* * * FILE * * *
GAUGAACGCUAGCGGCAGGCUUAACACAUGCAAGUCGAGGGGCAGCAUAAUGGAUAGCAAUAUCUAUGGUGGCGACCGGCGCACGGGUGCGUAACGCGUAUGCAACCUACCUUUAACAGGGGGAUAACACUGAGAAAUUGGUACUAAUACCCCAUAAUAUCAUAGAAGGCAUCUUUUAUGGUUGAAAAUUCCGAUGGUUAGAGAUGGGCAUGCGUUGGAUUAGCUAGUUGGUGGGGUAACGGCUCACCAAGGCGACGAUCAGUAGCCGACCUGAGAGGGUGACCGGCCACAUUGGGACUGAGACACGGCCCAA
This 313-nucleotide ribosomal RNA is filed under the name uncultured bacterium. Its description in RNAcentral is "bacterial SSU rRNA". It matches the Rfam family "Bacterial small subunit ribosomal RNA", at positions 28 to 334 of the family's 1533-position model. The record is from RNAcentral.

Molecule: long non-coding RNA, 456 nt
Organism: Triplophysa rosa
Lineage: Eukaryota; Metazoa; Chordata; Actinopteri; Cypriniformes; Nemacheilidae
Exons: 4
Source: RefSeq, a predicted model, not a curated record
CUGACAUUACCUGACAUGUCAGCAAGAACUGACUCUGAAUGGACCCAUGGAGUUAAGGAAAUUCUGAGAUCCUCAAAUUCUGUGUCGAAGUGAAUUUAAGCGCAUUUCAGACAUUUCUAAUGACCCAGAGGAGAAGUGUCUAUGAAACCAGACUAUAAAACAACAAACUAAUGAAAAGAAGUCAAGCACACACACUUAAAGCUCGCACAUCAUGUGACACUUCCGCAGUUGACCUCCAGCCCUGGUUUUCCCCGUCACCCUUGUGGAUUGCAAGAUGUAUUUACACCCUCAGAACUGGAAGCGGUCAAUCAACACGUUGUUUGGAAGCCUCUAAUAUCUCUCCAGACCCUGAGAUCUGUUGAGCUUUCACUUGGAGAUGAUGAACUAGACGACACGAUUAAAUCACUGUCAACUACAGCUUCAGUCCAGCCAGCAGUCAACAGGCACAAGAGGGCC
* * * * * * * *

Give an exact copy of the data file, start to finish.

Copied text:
GAUGAACGCUAGCGGCAGGCUUAACACAUGCAAGUCGAGGGGCAGCAUAAUGGAUAGCAAUAUCUAUGGUGGCGACCGGCGCACGGGUGCGUAACGCGUAUGCAACCUACCUUUAACAGGGGGAUAACACUGAGAAAUUGGUACUAAUACCCCAUAAUAUCAUAGAAGGCAUCUUUUAUGGUUGAAAAUUCCGAUGGUUAGAGAUGGGCAUGCGUUGGAUUAGCUAGUUGGUGGGGUAACGGCUCACCAAGGCGACGAUCAGUAGCCGACCUGAGAGGGUGACCGGCCACAUUGGGACUGAGACACGGCCCAA
This 313-nucleotide ribosomal RNA is filed under the name uncultured bacterium. Its description in RNAcentral is "bacterial SSU rRNA". It matches the Rfam family "Bacterial small subunit ribosomal RNA", at positions 28 to 334 of the family's 1533-position model. The record is from RNAcentral.

Molecule: long non-coding RNA, 456 nt
Organism: Triplophysa rosa
Lineage: Eukaryota; Metazoa; Chordata; Actinopteri; Cypriniformes; Nemacheilidae
Exons: 4
Source: RefSeq, a predicted model, not a curated record
CUGACAUUACCUGACAUGUCAGCAAGAACUGACUCUGAAUGGACCCAUGGAGUUAAGGAAAUUCUGAGAUCCUCAAAUUCUGUGUCGAAGUGAAUUUAAGCGCAUUUCAGACAUUUCUAAUGACCCAGAGGAGAAGUGUCUAUGAAACCAGACUAUAAAACAACAAACUAAUGAAAAGAAGUCAAGCACACACACUUAAAGCUCGCACAUCAUGUGACACUUCCGCAGUUGACCUCCAGCCCUGGUUUUCCCCGUCACCCUUGUGGAUUGCAAGAUGUAUUUACACCCUCAGAACUGGAAGCGGUCAAUCAACACGUUGUUUGGAAGCCUCUAAUAUCUCUCCAGACCCUGAGAUCUGUUGAGCUUUCACUUGGAGAUGAUGAACUAGACGACACGAUUAAAUCACUGUCAACUACAGCUUCAGUCCAGCCAGCAGUCAACAGGCACAAGAGGGCC